Children learn through play. As an occupational therapist who works with children and youth, I use games and toys almost every day to help develop important cognitive, visual perceptual, motor, sensory, social, play and leisure skills. While many different types of activities can be used in therapy, this blog focuses on off-the-shelf games and toys that are accessible to most. Whether you are a therapist, parent, teacher, or a game lover like me, I hope you discover something useful while you are here. Learn a different way to play a game you already own or discover a new game for your next family game night. Either way, just go play. It's good for you!

The OT Magazine named The Playful Otter one of the Top 5 Pediatric OT Blogs.

Monday, March 2, 2015

Pattern Play by Mindware

In the box: 40 blocks, 40 pattern cards
Work on visual discrimination, visual closure, spatial relations, eye-hand coordination, visual form constancy, figure ground, manual dexterity, coordinated use of both hands, analytical and critical thinking skills, balance, sequencing, play and leisure exploration and participation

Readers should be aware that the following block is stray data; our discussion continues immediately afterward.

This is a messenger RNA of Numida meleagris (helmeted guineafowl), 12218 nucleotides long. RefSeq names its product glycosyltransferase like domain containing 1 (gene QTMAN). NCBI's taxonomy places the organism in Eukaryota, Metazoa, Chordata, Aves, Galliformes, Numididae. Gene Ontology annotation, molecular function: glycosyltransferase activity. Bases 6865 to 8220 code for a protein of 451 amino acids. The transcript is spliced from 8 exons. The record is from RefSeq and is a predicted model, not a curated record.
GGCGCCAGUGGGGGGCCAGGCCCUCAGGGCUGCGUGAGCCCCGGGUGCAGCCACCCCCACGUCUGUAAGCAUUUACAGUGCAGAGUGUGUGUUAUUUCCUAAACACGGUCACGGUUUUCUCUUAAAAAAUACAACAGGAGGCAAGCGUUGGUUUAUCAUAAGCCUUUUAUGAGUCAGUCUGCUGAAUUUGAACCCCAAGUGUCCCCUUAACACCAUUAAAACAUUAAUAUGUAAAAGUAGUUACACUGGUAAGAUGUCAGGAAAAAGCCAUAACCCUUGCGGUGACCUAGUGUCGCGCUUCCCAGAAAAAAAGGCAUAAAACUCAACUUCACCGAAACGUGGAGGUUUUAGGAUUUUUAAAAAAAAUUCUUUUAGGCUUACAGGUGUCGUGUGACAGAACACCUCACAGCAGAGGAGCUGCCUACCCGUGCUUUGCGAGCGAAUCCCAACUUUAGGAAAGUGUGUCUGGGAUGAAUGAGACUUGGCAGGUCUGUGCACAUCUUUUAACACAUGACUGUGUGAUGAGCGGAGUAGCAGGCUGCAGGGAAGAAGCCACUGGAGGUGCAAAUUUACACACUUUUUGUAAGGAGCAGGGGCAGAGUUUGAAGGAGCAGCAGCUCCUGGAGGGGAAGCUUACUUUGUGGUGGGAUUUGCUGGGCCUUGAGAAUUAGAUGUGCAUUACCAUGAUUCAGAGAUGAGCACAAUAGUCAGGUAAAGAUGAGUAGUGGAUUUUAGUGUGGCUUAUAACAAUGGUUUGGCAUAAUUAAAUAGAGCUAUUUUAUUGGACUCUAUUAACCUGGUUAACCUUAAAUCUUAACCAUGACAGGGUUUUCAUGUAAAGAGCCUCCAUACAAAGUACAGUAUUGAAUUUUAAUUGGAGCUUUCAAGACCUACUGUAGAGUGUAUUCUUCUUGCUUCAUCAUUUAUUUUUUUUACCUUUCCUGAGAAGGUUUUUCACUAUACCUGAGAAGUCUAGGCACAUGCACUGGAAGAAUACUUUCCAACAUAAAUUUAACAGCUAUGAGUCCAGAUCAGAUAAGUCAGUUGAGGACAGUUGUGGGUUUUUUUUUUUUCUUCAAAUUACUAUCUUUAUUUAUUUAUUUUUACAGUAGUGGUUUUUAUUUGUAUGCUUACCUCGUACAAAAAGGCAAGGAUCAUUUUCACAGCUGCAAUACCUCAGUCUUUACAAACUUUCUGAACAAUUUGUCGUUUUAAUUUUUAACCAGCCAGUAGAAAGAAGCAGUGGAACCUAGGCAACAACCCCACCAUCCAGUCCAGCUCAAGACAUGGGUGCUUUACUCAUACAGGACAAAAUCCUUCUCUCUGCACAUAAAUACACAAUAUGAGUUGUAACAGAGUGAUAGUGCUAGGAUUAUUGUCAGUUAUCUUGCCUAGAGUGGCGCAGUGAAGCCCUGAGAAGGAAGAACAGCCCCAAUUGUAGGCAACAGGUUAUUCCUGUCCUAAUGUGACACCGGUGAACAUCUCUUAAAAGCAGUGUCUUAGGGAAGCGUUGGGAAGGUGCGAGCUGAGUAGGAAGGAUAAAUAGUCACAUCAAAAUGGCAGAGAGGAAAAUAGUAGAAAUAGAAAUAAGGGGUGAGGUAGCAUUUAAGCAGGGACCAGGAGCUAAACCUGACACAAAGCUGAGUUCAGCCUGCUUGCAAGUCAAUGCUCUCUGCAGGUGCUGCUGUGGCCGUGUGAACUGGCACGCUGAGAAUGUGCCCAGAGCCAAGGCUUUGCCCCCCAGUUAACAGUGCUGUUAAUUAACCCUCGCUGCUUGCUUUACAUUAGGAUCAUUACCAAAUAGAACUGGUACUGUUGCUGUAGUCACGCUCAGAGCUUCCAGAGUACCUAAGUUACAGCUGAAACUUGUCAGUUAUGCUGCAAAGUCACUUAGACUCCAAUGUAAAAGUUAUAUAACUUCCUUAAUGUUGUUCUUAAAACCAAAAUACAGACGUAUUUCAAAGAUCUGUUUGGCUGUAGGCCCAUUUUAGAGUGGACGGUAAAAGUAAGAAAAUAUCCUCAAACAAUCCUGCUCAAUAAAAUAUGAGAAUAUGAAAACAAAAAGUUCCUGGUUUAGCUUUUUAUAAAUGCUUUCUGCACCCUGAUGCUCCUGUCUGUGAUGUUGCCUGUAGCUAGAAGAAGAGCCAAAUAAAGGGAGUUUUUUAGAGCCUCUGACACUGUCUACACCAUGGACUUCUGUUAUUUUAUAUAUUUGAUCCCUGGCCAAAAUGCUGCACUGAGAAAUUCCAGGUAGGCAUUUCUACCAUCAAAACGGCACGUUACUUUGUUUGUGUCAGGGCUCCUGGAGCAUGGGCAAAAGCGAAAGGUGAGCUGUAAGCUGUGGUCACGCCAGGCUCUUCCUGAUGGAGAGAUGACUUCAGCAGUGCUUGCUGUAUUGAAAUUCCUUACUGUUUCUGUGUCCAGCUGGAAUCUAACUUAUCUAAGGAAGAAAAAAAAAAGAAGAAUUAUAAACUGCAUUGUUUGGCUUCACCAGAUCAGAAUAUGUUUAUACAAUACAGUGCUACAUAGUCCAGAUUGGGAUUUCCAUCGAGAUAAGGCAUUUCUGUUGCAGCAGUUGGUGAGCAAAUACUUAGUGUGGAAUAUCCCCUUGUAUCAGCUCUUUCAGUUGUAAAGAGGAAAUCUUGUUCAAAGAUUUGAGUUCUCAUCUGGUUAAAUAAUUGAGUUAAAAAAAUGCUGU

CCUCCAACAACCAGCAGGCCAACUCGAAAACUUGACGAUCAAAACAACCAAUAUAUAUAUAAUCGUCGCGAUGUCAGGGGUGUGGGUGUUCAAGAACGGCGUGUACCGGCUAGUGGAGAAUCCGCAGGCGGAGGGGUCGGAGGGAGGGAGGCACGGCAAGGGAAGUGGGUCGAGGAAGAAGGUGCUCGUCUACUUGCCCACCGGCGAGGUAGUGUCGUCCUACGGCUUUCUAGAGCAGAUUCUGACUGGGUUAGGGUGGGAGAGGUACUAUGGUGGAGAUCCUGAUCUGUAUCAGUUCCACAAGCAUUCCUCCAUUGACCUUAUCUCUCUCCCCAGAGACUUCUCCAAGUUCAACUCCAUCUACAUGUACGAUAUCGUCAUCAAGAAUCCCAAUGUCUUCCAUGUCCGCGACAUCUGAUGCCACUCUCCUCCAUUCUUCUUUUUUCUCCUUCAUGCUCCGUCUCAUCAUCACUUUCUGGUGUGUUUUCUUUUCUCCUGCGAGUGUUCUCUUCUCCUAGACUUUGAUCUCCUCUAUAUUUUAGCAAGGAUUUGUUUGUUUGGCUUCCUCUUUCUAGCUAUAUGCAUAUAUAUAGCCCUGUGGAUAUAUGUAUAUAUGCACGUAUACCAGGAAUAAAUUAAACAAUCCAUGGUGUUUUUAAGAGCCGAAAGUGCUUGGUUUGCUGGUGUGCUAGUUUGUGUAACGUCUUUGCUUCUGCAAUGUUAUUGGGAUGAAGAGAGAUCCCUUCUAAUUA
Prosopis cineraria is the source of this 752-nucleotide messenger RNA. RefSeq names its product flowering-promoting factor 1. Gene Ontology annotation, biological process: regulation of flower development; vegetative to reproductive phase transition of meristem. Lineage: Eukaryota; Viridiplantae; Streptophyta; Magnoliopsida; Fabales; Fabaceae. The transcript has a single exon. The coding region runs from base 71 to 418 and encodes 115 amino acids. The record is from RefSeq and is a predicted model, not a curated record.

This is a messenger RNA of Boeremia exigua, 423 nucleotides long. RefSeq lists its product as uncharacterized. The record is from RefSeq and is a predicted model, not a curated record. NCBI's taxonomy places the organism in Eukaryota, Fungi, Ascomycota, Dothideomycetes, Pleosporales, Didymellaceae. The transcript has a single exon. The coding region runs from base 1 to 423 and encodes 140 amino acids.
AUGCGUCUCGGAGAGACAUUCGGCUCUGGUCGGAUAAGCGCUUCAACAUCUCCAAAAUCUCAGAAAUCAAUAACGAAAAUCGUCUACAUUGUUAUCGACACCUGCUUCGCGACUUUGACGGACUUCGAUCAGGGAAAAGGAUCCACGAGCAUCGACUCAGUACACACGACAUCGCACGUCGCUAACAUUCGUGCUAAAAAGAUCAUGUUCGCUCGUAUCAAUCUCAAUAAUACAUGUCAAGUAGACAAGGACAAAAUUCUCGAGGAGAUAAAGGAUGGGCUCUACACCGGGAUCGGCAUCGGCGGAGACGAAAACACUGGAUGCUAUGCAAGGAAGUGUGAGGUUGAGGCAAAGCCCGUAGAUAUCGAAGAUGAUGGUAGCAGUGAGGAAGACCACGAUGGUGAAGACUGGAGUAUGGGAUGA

A great activity for working on spatial orientation. The pattern cards are numbered and increase in difficulty, from easy to complex. Each pattern will use all the blocks. 
The pattern blocks are wood, brightly colored, and have been easy to manipulate for most.  There is a very nice wooden tray to build in. Would highly recommend.
Try this:
  • Lay the pieces for the pattern card in different orientations on the table top so the person has to pick each one up and turn it to find the correct fit.
  • Use the same language while problem solving when working on spatial orientation, such as rotate, flip, or turn. 
  •  Divide the card into quarters and show only 1 quarter at a time by placing a piece of paper over the other 3/4.
  • Catch mistakes as they happen as they will impact everything that happens next. I give a vague comment such as "Are you sure" or "Check again" and let the individual figure out what he did wrong and correct it on his own if he can.
  • Keep the encouragement going as the puzzle gets more difficult, especially if the individual is prone to frustration.
  • Give the individual one piece at a time if he cannot plan how to build the structure.
  • Use consistent language while building when working on spatial orientation, such as rotate, flip, turn, above, right, left, under, etc.
If you are interested in purchasing this game or just want more information, click on the image below to go to Amazon.com.


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